The shade sails perform best under the following scenarios:
One of the essential criteria which needs to be considered for ensuring that there is a good amount of water shedding is the slope at which the fabric has been installed.
While installing the shade sail it has to be pulled taut and if possible, twisted in such a way that one of its axis becomes concave and the other becomes convex.
The shade sails featuring a higher corner and one lower corner provide a more aesthetic appeal and they also give out a structurally dramatic look.
When the fabric is pulled taut and twisted slightly, it gains sufficient curvature and this curvature is very essential for maintaining the stability of the shade sail.
It is very important to make sure that the points of fixtures where the shade sails are installed should be strong to withstand any kind of wind conditions unique to that area. If you are still unsure, you must contact a local engineer for this.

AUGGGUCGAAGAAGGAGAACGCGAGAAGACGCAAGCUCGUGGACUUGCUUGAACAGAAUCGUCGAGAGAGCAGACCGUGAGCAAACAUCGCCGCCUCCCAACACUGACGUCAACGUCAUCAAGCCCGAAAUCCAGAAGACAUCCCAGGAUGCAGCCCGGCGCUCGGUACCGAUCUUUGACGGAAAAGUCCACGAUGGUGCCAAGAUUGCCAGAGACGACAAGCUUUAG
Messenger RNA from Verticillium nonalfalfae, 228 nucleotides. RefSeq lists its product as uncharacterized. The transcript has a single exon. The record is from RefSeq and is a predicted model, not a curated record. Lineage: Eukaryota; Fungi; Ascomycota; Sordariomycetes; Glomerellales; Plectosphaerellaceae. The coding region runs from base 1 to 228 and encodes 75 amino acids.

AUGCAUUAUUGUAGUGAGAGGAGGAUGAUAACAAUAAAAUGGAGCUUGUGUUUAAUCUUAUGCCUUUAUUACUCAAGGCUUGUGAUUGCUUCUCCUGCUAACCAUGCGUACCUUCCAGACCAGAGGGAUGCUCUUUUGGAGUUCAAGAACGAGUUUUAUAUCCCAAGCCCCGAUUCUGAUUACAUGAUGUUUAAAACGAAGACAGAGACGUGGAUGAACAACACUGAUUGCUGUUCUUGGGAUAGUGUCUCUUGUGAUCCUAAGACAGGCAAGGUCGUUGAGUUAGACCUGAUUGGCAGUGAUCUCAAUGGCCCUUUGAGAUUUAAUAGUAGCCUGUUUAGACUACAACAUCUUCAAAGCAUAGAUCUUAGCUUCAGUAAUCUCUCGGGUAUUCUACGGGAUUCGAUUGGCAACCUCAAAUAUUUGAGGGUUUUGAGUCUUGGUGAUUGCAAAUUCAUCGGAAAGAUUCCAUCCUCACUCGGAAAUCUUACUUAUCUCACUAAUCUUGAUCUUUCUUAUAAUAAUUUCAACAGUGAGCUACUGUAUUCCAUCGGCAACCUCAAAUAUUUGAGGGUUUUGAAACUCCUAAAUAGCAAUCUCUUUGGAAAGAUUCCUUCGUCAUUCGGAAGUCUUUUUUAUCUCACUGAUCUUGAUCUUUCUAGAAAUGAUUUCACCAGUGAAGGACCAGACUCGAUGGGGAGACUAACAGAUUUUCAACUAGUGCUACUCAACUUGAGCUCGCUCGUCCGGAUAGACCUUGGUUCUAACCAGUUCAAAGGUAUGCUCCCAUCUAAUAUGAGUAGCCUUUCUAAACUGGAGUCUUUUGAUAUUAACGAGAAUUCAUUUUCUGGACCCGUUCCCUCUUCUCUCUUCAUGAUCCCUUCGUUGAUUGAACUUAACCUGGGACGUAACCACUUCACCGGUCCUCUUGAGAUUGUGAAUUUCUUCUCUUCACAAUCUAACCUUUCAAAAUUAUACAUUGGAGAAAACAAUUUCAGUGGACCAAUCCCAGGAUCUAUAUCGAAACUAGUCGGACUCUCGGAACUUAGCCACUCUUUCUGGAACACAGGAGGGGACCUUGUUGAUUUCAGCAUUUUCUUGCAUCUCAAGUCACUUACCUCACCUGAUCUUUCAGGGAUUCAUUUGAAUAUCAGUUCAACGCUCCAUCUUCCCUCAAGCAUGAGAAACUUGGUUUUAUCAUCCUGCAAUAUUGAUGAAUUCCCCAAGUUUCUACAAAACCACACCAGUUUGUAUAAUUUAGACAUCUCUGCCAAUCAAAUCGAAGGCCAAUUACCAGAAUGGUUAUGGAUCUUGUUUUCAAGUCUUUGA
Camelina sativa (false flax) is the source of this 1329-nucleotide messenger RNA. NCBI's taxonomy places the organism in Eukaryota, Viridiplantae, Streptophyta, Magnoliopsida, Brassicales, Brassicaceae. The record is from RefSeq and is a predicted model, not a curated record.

Make sure that the buildings and houses can support the load of the shade sail fixture even during poor weather conditions. When there are heavy winds, the shade sail can strain the existing structures. To verify this a qualified local engineer must be contacted.
Galvanized steel is preferred over the wooden posts as they would be rust free and offer a better solution. Wooden posts can warp and rot over time and this can cause misalignment of the shade sail.
All posts should be embedded in concrete footings. Measure out the centers of the footing positions. Dig the holes to the required size for your posts height. For a 3M size shade sail dig footing holes 400mm square and 800mm deep. For 5M or larger shade sails dig footing holes 400mm square and 1200mm deep.
If installing your shade post into soft ground firstly pour a 100mm depth of concrete and let it set completely. Add a gravel bed, 100mm in depth. Position post and add the required amount of concrete. Position the post at a 5 degree angle, sloping away from the centre of the shade sails position.